berlandieri groups seems to lie in the position of the central. In the
former it is in its primitive tortoise position, i.e. in contact with the radius.
In the berlandieri group it is excluded from contact with the radius by
the intermedium (Fig. 14). In the polyphemus group loss and fusion of
carpals and metacarpals occur along the axis of digits II, III, IV and V.
When fusion occurs in the berlandieri group, it does so along the axis of
digits I, IV and V (Table 5).
TARSUS
The tarsus of tortoises is evidently more conservative than the carpus.
In Gopherus I found no significant interspecific differences in the tarsus.
The tibiale, intermedium, and central are always completely fused in
adults, and the fibulaire is usually separate. In most other tortoises this
element is also fused to the large composite element. The tarsals are
either four or five in number; if the former, then tarsals 4 and 5 are fused,
rather than 3 and 4 as in most turtles (Hoffman 1890). All five meta-
tarsals are distinct, with number 1 being the most robust, as is generally
true in all turtles. Metatarsals IV and V articulate with separate tarsals,
or with only one if tarsals 4 and 5 are fused. Two phalanges are always
found on digits I through IV. The phalanges of digit V are often mis-
sing, although one is sometimes present (Fig. 14).
DERMAL ARMOR
Dermal ossicles in Copherus are mainly developed in three areas:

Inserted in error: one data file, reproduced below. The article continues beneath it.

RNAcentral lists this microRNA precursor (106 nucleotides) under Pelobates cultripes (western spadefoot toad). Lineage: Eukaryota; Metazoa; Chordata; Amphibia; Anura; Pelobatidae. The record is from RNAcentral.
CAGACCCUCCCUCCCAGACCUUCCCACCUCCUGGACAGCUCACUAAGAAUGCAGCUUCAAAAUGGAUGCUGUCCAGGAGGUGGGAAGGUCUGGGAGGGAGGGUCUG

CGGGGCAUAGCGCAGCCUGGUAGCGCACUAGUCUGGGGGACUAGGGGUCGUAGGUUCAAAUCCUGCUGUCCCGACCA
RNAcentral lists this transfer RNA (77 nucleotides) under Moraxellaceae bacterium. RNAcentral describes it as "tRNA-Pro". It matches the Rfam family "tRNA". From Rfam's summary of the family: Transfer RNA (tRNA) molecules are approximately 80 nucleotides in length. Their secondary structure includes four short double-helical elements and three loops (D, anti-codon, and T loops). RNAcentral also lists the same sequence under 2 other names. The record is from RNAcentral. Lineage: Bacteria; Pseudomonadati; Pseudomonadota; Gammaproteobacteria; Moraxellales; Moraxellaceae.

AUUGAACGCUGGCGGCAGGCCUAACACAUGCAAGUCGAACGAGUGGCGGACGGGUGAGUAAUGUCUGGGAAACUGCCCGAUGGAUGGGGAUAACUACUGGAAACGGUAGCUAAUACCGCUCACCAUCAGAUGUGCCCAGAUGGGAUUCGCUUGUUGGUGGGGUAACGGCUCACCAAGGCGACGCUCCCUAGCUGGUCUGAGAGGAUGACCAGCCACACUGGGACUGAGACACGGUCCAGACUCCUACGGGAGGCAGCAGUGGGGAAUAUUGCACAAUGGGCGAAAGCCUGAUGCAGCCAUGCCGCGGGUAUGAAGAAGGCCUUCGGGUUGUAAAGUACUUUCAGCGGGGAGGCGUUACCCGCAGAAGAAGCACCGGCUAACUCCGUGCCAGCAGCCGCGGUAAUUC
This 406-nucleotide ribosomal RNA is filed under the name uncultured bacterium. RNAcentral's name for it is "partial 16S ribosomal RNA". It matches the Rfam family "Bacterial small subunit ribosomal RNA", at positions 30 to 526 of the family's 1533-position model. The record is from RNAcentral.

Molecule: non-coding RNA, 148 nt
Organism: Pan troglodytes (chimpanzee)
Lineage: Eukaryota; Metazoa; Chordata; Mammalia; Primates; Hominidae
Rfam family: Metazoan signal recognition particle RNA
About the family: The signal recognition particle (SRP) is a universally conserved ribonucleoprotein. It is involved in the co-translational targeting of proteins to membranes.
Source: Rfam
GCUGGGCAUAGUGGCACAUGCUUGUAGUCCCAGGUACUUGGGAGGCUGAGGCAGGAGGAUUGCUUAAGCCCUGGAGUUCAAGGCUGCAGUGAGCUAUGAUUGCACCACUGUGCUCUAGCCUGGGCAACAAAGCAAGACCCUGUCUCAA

TABLE 5.-CARPAL AND METACARPAL FUSION AND/OR LOSS PATTERNS IN Gopherus.

berlandieri-agassizi polyphemus-flavomarginatus

axis of digit I usually all present, but C' frequently fuses with M1 all present
axis of digit II all present, though C2 may fuse to M1 and C3, all present, though the radiale may be fused to C
never to the radiale and C3 in adults.
axis of digit III Centrale and intermedium always fused. C3 may Ca in contact with central and the intermedium 0
be fused to C2 (C3 may be fused to radiale and (fused to these and the radiale in large adults).
intermedium in adults)
axis of digit IV C4 missing (if ulnare fused, then to C5) C4 missing (ulnare fused to intermedium in adults) t
axis of digit V C5 present in young, fused to ulnare in adults Cs missing in young and adults

0
03








64 BULLETIN FLORIDA STATE MUSEUM Vol. 20, No. 2

the posterior surface of the thighs, the hind foot, and the forearm. These
ossicles, which are covered by horny scales, vary ontogenetically, sex-
ually, individually, interspecifically, and geographically; the most obvious